Sunday, March 02, 2008

UN Vienna Forum Part 4: Communities in Crisis

For the second session of the second day of the conference, I attended a forum on Communities in Crisis and how natural and man-made disasters create situations where victims become especially vulnerable to problems like trafficking. Among the panelists were Maria Ulfa Anshor of the organization Fatayat in Indonesia; Monica Peruffa of the Counter-trafficking Unit of the International Organization for Migration in Columbia (currently working out of the IOM in Tanzania); Kasirye Rogers of the Uganda Youth Development Organization; and Karolina Lindholm Senior Liaison Officer (Human Rights) of UNHCR.

Ms. Anshor was the first to speak. Her presentation was on the work of her organization with the people displaced by the 2004 tsunami. Her organization, Fatayat, is a faith-based Islamic organization in Indonesia, which works towards combating human trafficking. Ms. Anshor stated that the basis for her organization's work is that the text of Quran prohibits human trafficking because it goes against human rights and anti-slavery texts. Fatayat has advocated and was able to get a fatwa issued against trafficking by NU clerics stating that the position of Islamic law on trafficking is that such action is haram (forbidden) and that the prevention of human trafficking and protection of victims by religious figures and community is an obligation.

As far as the post-tsunami situation, she explained that abuse of women and children after 2005 tsunami was rampant, and the number of orphans rapidly increased. The
risk of trafficking was high among internally displaced persons (IDPs) who fled the devastation. Fatayat ran anti-trafficking programs among IDP camps in Aceh, an area notorious for conflict because of separatist groups, which was devastated by the tsunami. There were many reports of children taken during the chaos to be used for illegal adoption and trafficking under the guise of humanitarian work.

In collaboration with organizations like the IOM, Fatayat opened support centers for IDPs with trained counselors as well as a trafficking alert program that allowed community members, teachers, clerics, youths, local officials, and police officers to coordinate and report cases of trafficking or immediate potential trafficking.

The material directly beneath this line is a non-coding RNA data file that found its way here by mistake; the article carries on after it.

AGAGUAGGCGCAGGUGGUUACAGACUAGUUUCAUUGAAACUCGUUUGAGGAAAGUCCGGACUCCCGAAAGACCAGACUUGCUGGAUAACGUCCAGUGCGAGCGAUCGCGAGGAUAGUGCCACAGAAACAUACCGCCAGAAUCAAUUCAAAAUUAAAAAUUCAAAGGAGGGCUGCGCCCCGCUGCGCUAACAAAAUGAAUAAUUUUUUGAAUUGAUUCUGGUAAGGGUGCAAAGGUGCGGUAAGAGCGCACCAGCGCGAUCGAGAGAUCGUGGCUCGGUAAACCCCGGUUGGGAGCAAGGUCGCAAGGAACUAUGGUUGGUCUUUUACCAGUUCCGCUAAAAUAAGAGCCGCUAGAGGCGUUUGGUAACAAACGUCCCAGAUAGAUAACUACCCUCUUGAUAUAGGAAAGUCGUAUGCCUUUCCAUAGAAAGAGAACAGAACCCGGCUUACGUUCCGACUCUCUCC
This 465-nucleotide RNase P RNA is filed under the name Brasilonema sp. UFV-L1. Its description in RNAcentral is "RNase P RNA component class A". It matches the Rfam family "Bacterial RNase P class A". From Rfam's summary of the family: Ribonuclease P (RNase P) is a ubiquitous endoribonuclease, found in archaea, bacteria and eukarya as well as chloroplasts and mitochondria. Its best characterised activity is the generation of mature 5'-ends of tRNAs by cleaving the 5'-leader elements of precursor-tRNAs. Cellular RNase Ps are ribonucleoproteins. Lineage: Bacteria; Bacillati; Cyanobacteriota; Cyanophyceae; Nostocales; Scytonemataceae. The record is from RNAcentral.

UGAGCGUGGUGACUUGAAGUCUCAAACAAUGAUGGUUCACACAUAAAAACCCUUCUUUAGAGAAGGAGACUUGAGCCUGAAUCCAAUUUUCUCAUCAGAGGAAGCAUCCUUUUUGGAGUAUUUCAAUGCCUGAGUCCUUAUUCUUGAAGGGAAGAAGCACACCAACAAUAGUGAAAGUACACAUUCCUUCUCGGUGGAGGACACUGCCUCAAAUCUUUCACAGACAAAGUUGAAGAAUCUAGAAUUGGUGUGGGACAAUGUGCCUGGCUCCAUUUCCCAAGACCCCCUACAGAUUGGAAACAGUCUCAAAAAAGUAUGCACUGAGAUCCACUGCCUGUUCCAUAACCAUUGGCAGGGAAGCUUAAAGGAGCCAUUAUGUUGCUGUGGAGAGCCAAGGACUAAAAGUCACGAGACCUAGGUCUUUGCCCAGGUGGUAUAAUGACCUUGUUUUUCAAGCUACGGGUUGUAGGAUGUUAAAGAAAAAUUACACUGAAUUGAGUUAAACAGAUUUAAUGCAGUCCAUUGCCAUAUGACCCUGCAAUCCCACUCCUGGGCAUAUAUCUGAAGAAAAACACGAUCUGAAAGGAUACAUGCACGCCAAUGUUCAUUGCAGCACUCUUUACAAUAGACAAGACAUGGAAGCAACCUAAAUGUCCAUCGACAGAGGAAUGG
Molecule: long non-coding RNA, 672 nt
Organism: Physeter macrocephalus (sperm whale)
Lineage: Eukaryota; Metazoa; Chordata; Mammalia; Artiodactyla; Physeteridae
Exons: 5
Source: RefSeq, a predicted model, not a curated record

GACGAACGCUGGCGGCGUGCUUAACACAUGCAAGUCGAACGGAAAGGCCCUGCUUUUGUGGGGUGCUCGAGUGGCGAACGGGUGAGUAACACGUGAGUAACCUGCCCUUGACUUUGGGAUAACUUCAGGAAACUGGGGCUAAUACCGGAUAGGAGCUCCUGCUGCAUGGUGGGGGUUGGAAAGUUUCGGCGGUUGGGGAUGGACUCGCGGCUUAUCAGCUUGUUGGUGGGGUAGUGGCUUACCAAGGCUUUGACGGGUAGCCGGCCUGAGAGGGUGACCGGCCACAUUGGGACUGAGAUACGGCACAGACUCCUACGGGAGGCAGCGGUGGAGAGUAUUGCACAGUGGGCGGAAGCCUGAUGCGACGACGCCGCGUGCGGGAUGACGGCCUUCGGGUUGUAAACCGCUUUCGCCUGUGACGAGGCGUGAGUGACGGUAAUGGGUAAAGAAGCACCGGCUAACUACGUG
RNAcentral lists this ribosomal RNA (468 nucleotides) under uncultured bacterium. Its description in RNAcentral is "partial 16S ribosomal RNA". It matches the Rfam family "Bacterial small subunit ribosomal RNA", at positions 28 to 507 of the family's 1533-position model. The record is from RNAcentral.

Fatayat's overall recommendations to fight trafficking in Indonesia include the creation of alternative job opportunities to deal with high unemployment and underemployment rates, increase knowledge and awareness, and the creation of a regional and international anti-trafficking advocacy network.The next to speak was Monica Peruffo of the IOM on her research on the identification of vulnerable communities, especially those receiving high numbers of IDPs. The study that was conducted was in Medellin, which is the home of a high number of people displaced by conflict in Colombia with the purpose of finding out whether these populations were vulnerable to trafficking. The answer was yes, especially for purposes of sexual exploitation.

Work with the National University produced the following factors on why this was the case:

• IDPs had a high level of willingness to accept a certain level of risk in search for better life

• Their own life plans were focused only in the short term

• There existed a great deal of pressure from family to solve their economic problems

Results from study of IDP community in Medellin include:
• For children between the ages of 12 and 17, the major factor of vulnerability is perceived worthlessness. They believe that by joining the armed forces or rebels, they feel useful.

• For women 18 to 25 years in age, in addition to risks in such a dangerous environment, the patriarchal system leaves them vulnerable and the community tends to ignore their rights and needs.

From this, the IOM is working with NGOs and the government to provide program of legal framework for IDPs and trafficking victims. Their recommendations include:

• Victims should participate in legislative/response building process

• Information for basic rights and services should be out/available

• Awareness should be increased, especially in communities involved in long-term conflict as members tend to become unaware of any other way of life.Mr. Rogers' presentation focused on the vulnerability of families and children victimized by the conflict in Uganda. His details and experiences painted a very grim picture for the audience.

Crisis in war zone means:

• The scattering of families and a weakened support system for children,

• The destruction of family substance economy

• In Uganda, 2 million people have been displaced by conflict

• HIV/AIDS also has this scattering effect that makes people, especially children, vulnerable to trafficking,